My first “serious” boyfriend did not like chocolate. But rather than explain that his choice of milkshake (strawberry) was a preference, he lied and told everyone (including me) that he was “allergic” to cocoa. When I found out the truth (only after we broke up), I felt a little betrayed — like I didn’t know him at all! And this was
he told me he was gay. (I’m happy to help anyone figure out their sexuality, but do not lie to me about your milkshakes!)
Ethical chocolate can be difficult to find. There are labels to look for, like “fair” or “direct trade,” but these only tell us so much, and the process for obtaining those marks can be expensive for chocolate-makers, not to mention that brands who are careful about where their cacao comes...
Loving someone means accepting their weird food preferences and idiosyncrasies. My current partner is a “ketchup guy,” if you can imagine, and I have accepted that there is no changing this. (I now buy him
huge restaurant-sized pump bottles of Heinz
, because they make him happy.) This is all to say that you don’t have to conform to societal norms when it comes to tokens of affection. Chocolate isn’t the only thing you can put in a heart-shaped box; you can fill one with meat just as easily.
I must confess this is not a Claire Lower Original Thought. All of my paramours since that first have been fans of chocolate, but one year Beth Skwarecki, Lifehacker’s senior health editor, found herself with a valentine (husband) who was not a fan of filled chocolates (and was also on a keto diet). So she did what any reasonable person would do: She bought a box of chocolates, ate the chocolates herself, and filled the empty box with cheeses and meats.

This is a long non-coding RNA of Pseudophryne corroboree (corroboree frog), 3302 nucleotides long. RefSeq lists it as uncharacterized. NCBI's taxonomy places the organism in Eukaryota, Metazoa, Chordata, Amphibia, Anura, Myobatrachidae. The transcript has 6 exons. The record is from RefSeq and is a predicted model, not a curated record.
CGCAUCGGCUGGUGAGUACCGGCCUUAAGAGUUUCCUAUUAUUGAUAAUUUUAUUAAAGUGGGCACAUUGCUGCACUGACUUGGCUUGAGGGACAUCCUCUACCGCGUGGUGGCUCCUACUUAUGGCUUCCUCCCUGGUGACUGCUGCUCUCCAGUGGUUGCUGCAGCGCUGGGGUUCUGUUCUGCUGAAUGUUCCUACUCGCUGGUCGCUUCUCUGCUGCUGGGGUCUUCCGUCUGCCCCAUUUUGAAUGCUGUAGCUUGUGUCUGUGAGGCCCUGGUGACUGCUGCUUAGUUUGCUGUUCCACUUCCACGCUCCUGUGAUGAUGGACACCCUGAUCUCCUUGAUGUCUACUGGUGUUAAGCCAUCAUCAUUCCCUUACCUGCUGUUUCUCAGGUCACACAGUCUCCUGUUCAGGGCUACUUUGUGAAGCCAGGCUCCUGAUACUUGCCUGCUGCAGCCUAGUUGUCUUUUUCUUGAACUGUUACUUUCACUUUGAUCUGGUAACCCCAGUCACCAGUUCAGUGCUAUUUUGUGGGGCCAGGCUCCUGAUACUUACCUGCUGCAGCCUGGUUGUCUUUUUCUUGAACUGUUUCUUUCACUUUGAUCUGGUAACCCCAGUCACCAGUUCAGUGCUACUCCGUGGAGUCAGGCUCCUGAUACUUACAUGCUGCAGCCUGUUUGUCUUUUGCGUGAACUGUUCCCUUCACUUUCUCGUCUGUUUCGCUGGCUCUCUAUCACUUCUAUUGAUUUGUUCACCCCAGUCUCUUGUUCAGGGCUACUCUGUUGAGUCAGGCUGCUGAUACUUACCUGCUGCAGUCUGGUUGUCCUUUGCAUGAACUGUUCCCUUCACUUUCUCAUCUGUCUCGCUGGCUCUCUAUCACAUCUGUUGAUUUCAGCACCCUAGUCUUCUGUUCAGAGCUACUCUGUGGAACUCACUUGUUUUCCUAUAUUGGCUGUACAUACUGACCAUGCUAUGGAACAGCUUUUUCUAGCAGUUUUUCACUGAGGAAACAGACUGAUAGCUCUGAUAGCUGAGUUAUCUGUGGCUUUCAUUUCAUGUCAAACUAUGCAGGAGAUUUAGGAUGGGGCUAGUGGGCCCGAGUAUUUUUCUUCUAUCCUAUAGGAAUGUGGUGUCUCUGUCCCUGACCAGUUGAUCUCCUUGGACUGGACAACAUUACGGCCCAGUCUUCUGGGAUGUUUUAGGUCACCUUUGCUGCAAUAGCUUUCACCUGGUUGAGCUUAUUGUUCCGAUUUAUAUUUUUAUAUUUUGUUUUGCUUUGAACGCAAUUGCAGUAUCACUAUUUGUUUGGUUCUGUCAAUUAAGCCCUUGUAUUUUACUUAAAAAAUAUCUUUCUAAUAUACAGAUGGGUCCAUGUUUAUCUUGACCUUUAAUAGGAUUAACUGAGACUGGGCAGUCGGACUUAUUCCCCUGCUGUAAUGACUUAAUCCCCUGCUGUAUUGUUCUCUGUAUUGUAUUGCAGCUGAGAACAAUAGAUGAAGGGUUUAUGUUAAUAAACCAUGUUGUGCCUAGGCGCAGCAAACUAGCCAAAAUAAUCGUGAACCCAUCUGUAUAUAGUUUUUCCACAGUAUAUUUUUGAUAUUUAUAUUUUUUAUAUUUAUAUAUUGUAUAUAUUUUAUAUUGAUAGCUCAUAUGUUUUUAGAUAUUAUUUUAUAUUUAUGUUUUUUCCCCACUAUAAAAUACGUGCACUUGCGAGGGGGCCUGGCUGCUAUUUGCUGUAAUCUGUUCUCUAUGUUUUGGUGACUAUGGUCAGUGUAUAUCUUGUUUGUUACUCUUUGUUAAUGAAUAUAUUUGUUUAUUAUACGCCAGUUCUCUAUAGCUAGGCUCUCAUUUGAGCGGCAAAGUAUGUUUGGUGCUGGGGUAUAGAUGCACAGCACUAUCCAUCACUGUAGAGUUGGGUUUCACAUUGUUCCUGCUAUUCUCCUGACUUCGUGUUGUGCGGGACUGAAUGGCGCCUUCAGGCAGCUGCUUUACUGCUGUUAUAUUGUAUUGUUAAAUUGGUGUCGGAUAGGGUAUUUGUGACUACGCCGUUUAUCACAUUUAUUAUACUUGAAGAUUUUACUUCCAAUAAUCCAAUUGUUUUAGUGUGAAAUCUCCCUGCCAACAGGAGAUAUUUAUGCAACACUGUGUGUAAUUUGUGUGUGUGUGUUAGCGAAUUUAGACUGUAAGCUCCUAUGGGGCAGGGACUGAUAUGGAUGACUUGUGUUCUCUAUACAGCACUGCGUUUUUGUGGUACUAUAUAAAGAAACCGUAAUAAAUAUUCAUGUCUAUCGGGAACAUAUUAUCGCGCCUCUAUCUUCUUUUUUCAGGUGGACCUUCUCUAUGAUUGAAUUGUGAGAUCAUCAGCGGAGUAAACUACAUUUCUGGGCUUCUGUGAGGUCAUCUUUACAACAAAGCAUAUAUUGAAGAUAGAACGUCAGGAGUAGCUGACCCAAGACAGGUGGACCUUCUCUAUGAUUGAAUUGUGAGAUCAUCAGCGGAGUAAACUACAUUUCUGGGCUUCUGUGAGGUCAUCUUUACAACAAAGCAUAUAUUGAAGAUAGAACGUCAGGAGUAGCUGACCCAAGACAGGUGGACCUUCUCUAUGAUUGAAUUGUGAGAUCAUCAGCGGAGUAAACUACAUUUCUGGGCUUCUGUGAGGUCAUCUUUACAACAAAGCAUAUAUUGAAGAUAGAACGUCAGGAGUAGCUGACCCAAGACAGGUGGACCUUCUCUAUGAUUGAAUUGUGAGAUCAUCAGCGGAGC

This is a brilliant idea — which makes sense, because Beth is known for her brilliance. And unlike elaborate meat bouquets that require a good bit of meat styling, filling little divots with charcuterie (henceforth known as “heartcuterie”) is a project that can be executed by someone without significant fine motors skills. (I am hysterically unskilled as a sculptor, but even I was able to roll prosciutto into rose-like shapes.)
There really isn’t much to it: Buy some chocolate — preferably some you like — eat it (or save it to eat later), then dust out any errant chocolate bits from the divots and fill them with meat, cheeses, nuts, olives, and any other accouterment you think your sweetie would enjoy. (If you do use olives, pickles, or anything that comes packed in brine, make sure to blot them with paper towels first.) Edit any labelling on the box as needed — change “Whitman’s Sampler” to “MEAT Sampler” for example — then close the box and give the heartcuterie to your meat- and/or cheese-loving beloved. Make sure to use the word “heartcuterie.” Puns are
Give Your Meat-Loving Valentine Some ‘Heartcuterie’
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